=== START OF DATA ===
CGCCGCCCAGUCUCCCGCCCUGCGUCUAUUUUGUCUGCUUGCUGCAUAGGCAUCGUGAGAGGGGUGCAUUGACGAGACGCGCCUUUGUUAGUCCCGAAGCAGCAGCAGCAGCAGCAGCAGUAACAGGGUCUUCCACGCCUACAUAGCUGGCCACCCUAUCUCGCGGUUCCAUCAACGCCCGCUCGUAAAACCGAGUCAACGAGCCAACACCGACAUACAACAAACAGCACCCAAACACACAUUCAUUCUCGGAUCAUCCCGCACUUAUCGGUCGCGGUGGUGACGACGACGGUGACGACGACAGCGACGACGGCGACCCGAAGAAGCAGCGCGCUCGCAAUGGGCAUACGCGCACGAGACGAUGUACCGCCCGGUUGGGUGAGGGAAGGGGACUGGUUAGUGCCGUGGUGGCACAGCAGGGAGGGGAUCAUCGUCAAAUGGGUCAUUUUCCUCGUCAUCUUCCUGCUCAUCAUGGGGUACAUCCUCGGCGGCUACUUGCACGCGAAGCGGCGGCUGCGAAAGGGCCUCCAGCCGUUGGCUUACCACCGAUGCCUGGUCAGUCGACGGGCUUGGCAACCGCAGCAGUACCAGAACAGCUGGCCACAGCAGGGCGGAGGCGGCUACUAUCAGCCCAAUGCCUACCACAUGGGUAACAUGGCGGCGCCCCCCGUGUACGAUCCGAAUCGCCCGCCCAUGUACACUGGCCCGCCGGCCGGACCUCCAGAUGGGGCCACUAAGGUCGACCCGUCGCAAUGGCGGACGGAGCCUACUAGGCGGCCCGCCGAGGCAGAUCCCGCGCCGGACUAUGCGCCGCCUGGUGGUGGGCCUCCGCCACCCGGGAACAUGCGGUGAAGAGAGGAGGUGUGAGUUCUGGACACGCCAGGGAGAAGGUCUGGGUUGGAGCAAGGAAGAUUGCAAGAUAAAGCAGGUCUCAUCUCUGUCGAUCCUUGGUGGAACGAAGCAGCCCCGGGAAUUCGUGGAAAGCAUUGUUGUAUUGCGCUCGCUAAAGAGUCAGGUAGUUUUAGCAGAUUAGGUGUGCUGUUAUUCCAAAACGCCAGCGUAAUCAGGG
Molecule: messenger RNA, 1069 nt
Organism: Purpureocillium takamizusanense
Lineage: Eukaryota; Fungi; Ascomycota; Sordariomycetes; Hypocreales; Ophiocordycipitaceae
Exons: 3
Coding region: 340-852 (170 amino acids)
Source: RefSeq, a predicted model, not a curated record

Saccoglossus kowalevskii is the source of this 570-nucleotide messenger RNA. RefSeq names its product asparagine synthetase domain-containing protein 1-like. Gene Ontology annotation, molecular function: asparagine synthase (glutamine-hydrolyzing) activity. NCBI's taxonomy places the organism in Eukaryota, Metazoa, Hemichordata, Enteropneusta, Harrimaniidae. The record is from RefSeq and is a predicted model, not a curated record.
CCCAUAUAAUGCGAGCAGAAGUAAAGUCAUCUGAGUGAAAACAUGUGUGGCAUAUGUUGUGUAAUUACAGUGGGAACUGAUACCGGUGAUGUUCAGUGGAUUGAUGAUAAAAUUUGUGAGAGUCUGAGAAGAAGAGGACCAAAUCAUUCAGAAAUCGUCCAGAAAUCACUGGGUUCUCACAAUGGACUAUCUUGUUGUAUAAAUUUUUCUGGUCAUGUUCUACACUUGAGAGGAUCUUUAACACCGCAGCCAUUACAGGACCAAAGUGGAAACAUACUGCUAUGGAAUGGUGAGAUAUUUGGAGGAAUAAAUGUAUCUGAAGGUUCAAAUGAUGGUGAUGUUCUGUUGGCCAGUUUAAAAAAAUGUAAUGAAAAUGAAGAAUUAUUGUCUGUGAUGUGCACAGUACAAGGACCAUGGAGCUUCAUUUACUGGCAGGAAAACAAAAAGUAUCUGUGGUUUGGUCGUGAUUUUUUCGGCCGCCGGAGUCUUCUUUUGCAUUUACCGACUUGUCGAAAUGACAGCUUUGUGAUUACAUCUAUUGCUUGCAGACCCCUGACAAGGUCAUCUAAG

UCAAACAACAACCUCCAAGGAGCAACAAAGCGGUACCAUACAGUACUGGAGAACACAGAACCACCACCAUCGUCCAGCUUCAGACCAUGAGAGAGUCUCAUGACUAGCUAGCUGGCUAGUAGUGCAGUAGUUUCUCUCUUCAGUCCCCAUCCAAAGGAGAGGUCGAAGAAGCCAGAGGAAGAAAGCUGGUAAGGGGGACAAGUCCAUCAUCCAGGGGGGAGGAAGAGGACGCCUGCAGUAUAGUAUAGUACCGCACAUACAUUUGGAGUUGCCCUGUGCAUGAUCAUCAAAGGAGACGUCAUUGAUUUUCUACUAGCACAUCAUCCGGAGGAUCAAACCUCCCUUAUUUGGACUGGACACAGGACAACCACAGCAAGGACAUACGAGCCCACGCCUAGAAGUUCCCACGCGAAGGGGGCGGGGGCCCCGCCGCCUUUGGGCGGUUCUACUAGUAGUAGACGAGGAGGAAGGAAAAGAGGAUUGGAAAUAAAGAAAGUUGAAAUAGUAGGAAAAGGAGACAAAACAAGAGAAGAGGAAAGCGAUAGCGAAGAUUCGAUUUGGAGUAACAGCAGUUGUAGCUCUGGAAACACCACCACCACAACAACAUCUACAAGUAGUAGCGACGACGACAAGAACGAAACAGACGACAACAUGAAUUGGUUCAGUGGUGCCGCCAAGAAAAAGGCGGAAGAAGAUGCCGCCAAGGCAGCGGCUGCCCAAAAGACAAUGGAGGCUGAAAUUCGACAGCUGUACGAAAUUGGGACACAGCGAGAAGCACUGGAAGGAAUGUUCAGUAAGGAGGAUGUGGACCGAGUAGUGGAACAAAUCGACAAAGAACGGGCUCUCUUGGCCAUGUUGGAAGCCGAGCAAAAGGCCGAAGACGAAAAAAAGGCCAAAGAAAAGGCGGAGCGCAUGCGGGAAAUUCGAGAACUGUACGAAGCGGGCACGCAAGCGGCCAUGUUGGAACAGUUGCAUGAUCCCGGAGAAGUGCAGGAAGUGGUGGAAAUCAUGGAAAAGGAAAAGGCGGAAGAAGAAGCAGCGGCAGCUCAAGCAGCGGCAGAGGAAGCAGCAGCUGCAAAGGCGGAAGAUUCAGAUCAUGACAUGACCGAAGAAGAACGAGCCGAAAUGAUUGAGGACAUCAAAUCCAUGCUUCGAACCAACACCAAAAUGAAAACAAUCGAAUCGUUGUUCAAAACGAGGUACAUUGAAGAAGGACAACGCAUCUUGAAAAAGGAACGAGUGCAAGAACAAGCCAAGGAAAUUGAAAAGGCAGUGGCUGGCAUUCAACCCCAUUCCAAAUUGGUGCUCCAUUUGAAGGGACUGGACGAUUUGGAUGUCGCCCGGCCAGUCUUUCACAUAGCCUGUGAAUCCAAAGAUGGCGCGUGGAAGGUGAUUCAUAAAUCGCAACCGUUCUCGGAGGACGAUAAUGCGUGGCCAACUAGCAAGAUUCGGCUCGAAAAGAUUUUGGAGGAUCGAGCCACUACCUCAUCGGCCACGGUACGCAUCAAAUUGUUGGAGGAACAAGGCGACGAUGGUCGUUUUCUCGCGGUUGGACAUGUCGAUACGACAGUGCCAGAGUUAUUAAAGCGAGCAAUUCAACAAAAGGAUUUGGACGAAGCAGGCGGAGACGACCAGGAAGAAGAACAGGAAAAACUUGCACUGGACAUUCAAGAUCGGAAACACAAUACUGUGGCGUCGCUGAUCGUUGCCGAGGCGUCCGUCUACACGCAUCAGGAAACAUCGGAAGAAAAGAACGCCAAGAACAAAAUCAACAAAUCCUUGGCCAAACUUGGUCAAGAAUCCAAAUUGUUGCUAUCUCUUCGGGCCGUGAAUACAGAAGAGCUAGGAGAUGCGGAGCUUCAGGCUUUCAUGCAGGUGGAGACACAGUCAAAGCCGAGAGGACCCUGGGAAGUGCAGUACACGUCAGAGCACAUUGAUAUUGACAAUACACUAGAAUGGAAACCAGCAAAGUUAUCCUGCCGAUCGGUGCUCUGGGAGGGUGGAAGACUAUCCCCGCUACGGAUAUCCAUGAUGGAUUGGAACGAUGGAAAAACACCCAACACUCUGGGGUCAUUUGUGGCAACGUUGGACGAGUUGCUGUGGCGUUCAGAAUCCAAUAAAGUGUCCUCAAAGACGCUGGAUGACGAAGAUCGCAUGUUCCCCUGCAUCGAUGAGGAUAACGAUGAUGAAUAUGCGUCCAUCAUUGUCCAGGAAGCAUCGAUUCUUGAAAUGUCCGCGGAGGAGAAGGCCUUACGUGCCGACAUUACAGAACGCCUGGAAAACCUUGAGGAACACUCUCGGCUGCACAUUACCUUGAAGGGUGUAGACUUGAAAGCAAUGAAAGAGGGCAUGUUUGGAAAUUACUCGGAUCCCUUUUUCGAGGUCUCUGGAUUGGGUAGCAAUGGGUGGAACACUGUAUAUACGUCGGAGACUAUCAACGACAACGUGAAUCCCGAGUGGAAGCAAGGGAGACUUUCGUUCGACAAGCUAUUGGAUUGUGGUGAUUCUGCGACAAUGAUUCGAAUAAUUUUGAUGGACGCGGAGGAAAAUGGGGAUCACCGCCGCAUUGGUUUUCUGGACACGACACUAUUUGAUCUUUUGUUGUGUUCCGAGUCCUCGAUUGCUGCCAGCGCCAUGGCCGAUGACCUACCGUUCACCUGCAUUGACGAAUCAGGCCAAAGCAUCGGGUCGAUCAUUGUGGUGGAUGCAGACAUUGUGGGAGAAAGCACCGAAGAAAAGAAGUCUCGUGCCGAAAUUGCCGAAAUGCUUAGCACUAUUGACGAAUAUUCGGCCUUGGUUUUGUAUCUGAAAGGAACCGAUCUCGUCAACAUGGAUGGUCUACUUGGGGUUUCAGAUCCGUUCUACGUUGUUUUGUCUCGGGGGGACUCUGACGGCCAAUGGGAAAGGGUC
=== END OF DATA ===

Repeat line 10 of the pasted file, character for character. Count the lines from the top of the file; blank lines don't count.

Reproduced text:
UCAAACAACAACCUCCAAGGAGCAACAAAGCGGUACCAUACAGUACUGGAGAACACAGAACCACCACCAUCGUCCAGCUUCAGACCAUGAGAGAGUCUCAUGACUAGCUAGCUGGCUAGUAGUGCAGUAGUUUCUCUCUUCAGUCCCCAUCCAAAGGAGAGGUCGAAGAAGCCAGAGGAAGAAAGCUGGUAAGGGGGACAAGUCCAUCAUCCAGGGGGGAGGAAGAGGACGCCUGCAGUAUAGUAUAGUACCGCACAUACAUUUGGAGUUGCCCUGUGCAUGAUCAUCAAAGGAGACGUCAUUGAUUUUCUACUAGCACAUCAUCCGGAGGAUCAAACCUCCCUUAUUUGGACUGGACACAGGACAACCACAGCAAGGACAUACGAGCCCACGCCUAGAAGUUCCCACGCGAAGGGGGCGGGGGCCCCGCCGCCUUUGGGCGGUUCUACUAGUAGUAGACGAGGAGGAAGGAAAAGAGGAUUGGAAAUAAAGAAAGUUGAAAUAGUAGGAAAAGGAGACAAAACAAGAGAAGAGGAAAGCGAUAGCGAAGAUUCGAUUUGGAGUAACAGCAGUUGUAGCUCUGGAAACACCACCACCACAACAACAUCUACAAGUAGUAGCGACGACGACAAGAACGAAACAGACGACAACAUGAAUUGGUUCAGUGGUGCCGCCAAGAAAAAGGCGGAAGAAGAUGCCGCCAAGGCAGCGGCUGCCCAAAAGACAAUGGAGGCUGAAAUUCGACAGCUGUACGAAAUUGGGACACAGCGAGAAGCACUGGAAGGAAUGUUCAGUAAGGAGGAUGUGGACCGAGUAGUGGAACAAAUCGACAAAGAACGGGCUCUCUUGGCCAUGUUGGAAGCCGAGCAAAAGGCCGAAGACGAAAAAAAGGCCAAAGAAAAGGCGGAGCGCAUGCGGGAAAUUCGAGAACUGUACGAAGCGGGCACGCAAGCGGCCAUGUUGGAACAGUUGCAUGAUCCCGGAGAAGUGCAGGAAGUGGUGGAAAUCAUGGAAAAGGAAAAGGCGGAAGAAGAAGCAGCGGCAGCUCAAGCAGCGGCAGAGGAAGCAGCAGCUGCAAAGGCGGAAGAUUCAGAUCAUGACAUGACCGAAGAAGAACGAGCCGAAAUGAUUGAGGACAUCAAAUCCAUGCUUCGAACCAACACCAAAAUGAAAACAAUCGAAUCGUUGUUCAAAACGAGGUACAUUGAAGAAGGACAACGCAUCUUGAAAAAGGAACGAGUGCAAGAACAAGCCAAGGAAAUUGAAAAGGCAGUGGCUGGCAUUCAACCCCAUUCCAAAUUGGUGCUCCAUUUGAAGGGACUGGACGAUUUGGAUGUCGCCCGGCCAGUCUUUCACAUAGCCUGUGAAUCCAAAGAUGGCGCGUGGAAGGUGAUUCAUAAAUCGCAACCGUUCUCGGAGGACGAUAAUGCGUGGCCAACUAGCAAGAUUCGGCUCGAAAAGAUUUUGGAGGAUCGAGCCACUACCUCAUCGGCCACGGUACGCAUCAAAUUGUUGGAGGAACAAGGCGACGAUGGUCGUUUUCUCGCGGUUGGACAUGUCGAUACGACAGUGCCAGAGUUAUUAAAGCGAGCAAUUCAACAAAAGGAUUUGGACGAAGCAGGCGGAGACGACCAGGAAGAAGAACAGGAAAAACUUGCACUGGACAUUCAAGAUCGGAAACACAAUACUGUGGCGUCGCUGAUCGUUGCCGAGGCGUCCGUCUACACGCAUCAGGAAACAUCGGAAGAAAAGAACGCCAAGAACAAAAUCAACAAAUCCUUGGCCAAACUUGGUCAAGAAUCCAAAUUGUUGCUAUCUCUUCGGGCCGUGAAUACAGAAGAGCUAGGAGAUGCGGAGCUUCAGGCUUUCAUGCAGGUGGAGACACAGUCAAAGCCGAGAGGACCCUGGGAAGUGCAGUACACGUCAGAGCACAUUGAUAUUGACAAUACACUAGAAUGGAAACCAGCAAAGUUAUCCUGCCGAUCGGUGCUCUGGGAGGGUGGAAGACUAUCCCCGCUACGGAUAUCCAUGAUGGAUUGGAACGAUGGAAAAACACCCAACACUCUGGGGUCAUUUGUGGCAACGUUGGACGAGUUGCUGUGGCGUUCAGAAUCCAAUAAAGUGUCCUCAAAGACGCUGGAUGACGAAGAUCGCAUGUUCCCCUGCAUCGAUGAGGAUAACGAUGAUGAAUAUGCGUCCAUCAUUGUCCAGGAAGCAUCGAUUCUUGAAAUGUCCGCGGAGGAGAAGGCCUUACGUGCCGACAUUACAGAACGCCUGGAAAACCUUGAGGAACACUCUCGGCUGCACAUUACCUUGAAGGGUGUAGACUUGAAAGCAAUGAAAGAGGGCAUGUUUGGAAAUUACUCGGAUCCCUUUUUCGAGGUCUCUGGAUUGGGUAGCAAUGGGUGGAACACUGUAUAUACGUCGGAGACUAUCAACGACAACGUGAAUCCCGAGUGGAAGCAAGGGAGACUUUCGUUCGACAAGCUAUUGGAUUGUGGUGAUUCUGCGACAAUGAUUCGAAUAAUUUUGAUGGACGCGGAGGAAAAUGGGGAUCACCGCCGCAUUGGUUUUCUGGACACGACACUAUUUGAUCUUUUGUUGUGUUCCGAGUCCUCGAUUGCUGCCAGCGCCAUGGCCGAUGACCUACCGUUCACCUGCAUUGACGAAUCAGGCCAAAGCAUCGGGUCGAUCAUUGUGGUGGAUGCAGACAUUGUGGGAGAAAGCACCGAAGAAAAGAAGUCUCGUGCCGAAAUUGCCGAAAUGCUUAGCACUAUUGACGAAUAUUCGGCCUUGGUUUUGUAUCUGAAAGGAACCGAUCUCGUCAACAUGGAUGGUCUACUUGGGGUUUCAGAUCCGUUCUACGUUGUUUUGUCUCGGGGGGACUCUGACGGCCAAUGGGAAAGGGUC